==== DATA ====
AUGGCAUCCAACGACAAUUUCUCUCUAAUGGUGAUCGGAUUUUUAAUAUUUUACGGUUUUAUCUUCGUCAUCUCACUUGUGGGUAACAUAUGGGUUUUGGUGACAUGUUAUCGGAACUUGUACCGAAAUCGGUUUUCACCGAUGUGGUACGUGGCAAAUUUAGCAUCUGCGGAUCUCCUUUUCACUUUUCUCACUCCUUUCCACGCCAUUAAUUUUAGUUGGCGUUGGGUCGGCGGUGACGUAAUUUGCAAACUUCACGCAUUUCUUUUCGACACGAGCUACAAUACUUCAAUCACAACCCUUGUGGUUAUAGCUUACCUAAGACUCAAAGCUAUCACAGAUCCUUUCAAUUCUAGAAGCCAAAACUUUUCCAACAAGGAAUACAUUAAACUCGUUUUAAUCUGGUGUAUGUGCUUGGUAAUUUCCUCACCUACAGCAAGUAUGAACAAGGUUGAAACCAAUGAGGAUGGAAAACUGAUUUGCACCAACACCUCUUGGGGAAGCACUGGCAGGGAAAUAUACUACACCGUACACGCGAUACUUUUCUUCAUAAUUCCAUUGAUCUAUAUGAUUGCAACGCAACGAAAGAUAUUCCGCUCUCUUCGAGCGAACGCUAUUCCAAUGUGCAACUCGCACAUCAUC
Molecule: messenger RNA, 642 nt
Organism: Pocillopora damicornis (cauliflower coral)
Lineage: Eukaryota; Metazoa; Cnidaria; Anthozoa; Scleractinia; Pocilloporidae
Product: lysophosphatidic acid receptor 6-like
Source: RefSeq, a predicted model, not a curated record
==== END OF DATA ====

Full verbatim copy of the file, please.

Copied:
AUGGCAUCCAACGACAAUUUCUCUCUAAUGGUGAUCGGAUUUUUAAUAUUUUACGGUUUUAUCUUCGUCAUCUCACUUGUGGGUAACAUAUGGGUUUUGGUGACAUGUUAUCGGAACUUGUACCGAAAUCGGUUUUCACCGAUGUGGUACGUGGCAAAUUUAGCAUCUGCGGAUCUCCUUUUCACUUUUCUCACUCCUUUCCACGCCAUUAAUUUUAGUUGGCGUUGGGUCGGCGGUGACGUAAUUUGCAAACUUCACGCAUUUCUUUUCGACACGAGCUACAAUACUUCAAUCACAACCCUUGUGGUUAUAGCUUACCUAAGACUCAAAGCUAUCACAGAUCCUUUCAAUUCUAGAAGCCAAAACUUUUCCAACAAGGAAUACAUUAAACUCGUUUUAAUCUGGUGUAUGUGCUUGGUAAUUUCCUCACCUACAGCAAGUAUGAACAAGGUUGAAACCAAUGAGGAUGGAAAACUGAUUUGCACCAACACCUCUUGGGGAAGCACUGGCAGGGAAAUAUACUACACCGUACACGCGAUACUUUUCUUCAUAAUUCCAUUGAUCUAUAUGAUUGCAACGCAACGAAAGAUAUUCCGCUCUCUUCGAGCGAACGCUAUUCCAAUGUGCAACUCGCACAUCAUC
Molecule: messenger RNA, 642 nt
Organism: Pocillopora damicornis (cauliflower coral)
Lineage: Eukaryota; Metazoa; Cnidaria; Anthozoa; Scleractinia; Pocilloporidae
Product: lysophosphatidic acid receptor 6-like
Source: RefSeq, a predicted model, not a curated record